Is Stephen McNeil right to chide Nova Scotia's auditor general? Maybe
Premier's criticism of Michael Pickup opens the door to debate about the auditor general's role
How a politician views the work of an auditor general usually depends on which side of the House they sit. In Nova Scotia, opposition MLAs generally consider the AG a friend, while government members see him as a foe.
"When you're in opposition, an auditor general's report is pure gold," is how former NDP finance minister Graham Steele characterizes the work of the AG and their staff.
Not surprisingly, both opposition leaders pounced on Premier Stephen McNeil's suggestion this week that Auditor General Michael Pickup should restrict his work to fiscal matters — or seek office if he wanted to criticize public policy.
"If he chooses and wants to do public policy, there are 51 ridings for him to run in," McNeil told reporters, a day after Pickup released a report critical of how the government was communicating on primary health care and doctor shortages.
PC Leader Jamie Baillie's retort: "I would much rather the premier spend his time getting the health-care system right than telling the AG to shut up." His NDP counterpart, Gary Burrill, called the premier's comment "pompous and high-handed and out of line."
But according to Kevin Quigley, director of the MacEachen Institute for Public Policy and Governance at Dalhousie University, the role of the auditor general should be up for discussion. In fact, he says it has been a topic of debate in the public policy world for 15 to 20 years.
"The role of the auditor has grown exponentially, so you have an unelected official who is actually having potentially very significant impact," says Quigley.
He is nonetheless surprised to hear McNeil openly question Pickup's role and suggest his office more narrowly define its work.
"The auditor is kind of seen as purer than pure," according to Quigley. "People don't like to pick fights with auditors."
Auditors also exert what Quigley calls "quiet influence" over the bureaucracy, where policy is designed with an eye on staving off criticism by not attracting attention.
The real issue, he says, is how the auditor general has taken on an outsized role because opposition parties are poorly funded and don't have the resources needed to do indepth research. That leaves the AG as a more powerful force to hold the government to account.
"Maybe, fundamentally what we need to have is a system that is better funded where MLAs have more confidence, better access to information, a better research engine in the legislature so they can be more confident in scrutinizing government."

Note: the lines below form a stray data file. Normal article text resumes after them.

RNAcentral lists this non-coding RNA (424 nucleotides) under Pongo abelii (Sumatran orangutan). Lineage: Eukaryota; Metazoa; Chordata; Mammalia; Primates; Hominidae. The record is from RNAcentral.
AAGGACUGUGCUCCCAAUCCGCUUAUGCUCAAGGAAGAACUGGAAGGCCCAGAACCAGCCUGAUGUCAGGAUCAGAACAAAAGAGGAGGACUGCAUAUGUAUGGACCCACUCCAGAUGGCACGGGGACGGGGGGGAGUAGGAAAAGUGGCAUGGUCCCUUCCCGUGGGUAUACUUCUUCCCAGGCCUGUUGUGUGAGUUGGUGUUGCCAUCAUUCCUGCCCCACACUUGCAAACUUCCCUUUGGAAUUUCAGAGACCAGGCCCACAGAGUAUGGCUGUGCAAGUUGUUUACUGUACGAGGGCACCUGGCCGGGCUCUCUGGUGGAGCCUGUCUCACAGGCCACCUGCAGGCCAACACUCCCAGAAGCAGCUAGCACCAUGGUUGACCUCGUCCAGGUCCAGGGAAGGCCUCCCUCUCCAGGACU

Quigley is also concerned that media attention afforded AG reports has created a "celebrity culture for auditors."
The February 2010 report by Jacques LaPointe, which ultimately led to criminal convictions against four former Nova Scotia MLAs for expense abuses, is probably the best example of the power of an audit to capture headlines and captivate media attention.
But much of that attention, according to Quigley, is without the same kind of scrutiny placed on other government officials.
The role of the AG's office, as outlined in the Auditor General's Act, is broad, allowing them to launch an audit or investigation into anything "the Auditor General considers appropriate under the terms of this Act."
There is, however, a caveat specific to policy: "Nothing in this Act is to be interpreted as entitling the Auditor General to question the merits of policy objectives of the Government."
The view that Pickup strayed too far into policy critique is one McNeil maintained Friday following a government announcement.
"We will continue to deliver public policy to the people of Nova Scotia," he told reporters in Sydney. "The auditor general will continue to hold us to account for the fiscal decisions that we make."
(As a footnote to his comment about Pickup running for politics: The Nova Scotia Legislature library confirmed Friday that none of the six men who have served as auditor general in Nova Scotia since 1958 has ever been a candidate for a provincial election.)
Graham Steele, who spent twice as much time in opposition as he did as a government member in the legislature, recalls a number of times the AG's office "got it wrong."
"They're not gods," says Steele, who is also a former CBC political analyst. "They are not like oracles, everything they say is a pearl of wisdom. Sometimes they get things wrong."
But he disagrees with McNeil's suggestion that Pickup stepped over the line by criticizing the government's communications failings.
"I can't think of a single example in my 15 years of daily politics in Nova Scotia where an auditor general crossed the line into policy," he says. "The November report of the auditor general, in my view, didn't come anywhere close to crossing that line."
McNeil has hinted Pickup will be in for a rough ride from Liberal MLAs when the auditor general testifies before the legislature's public accounts committee Wednesday .
And it's there, according to Quigley, that questions of policy should be vigorously debated.
"Fundamentally, the accountability lies in the House and we need to have well-informed MLAs who can ask tough questions of government and hold the government to account."
It's the type of scrutiny, he suggests, MLAs aren't fully equipped to deliver.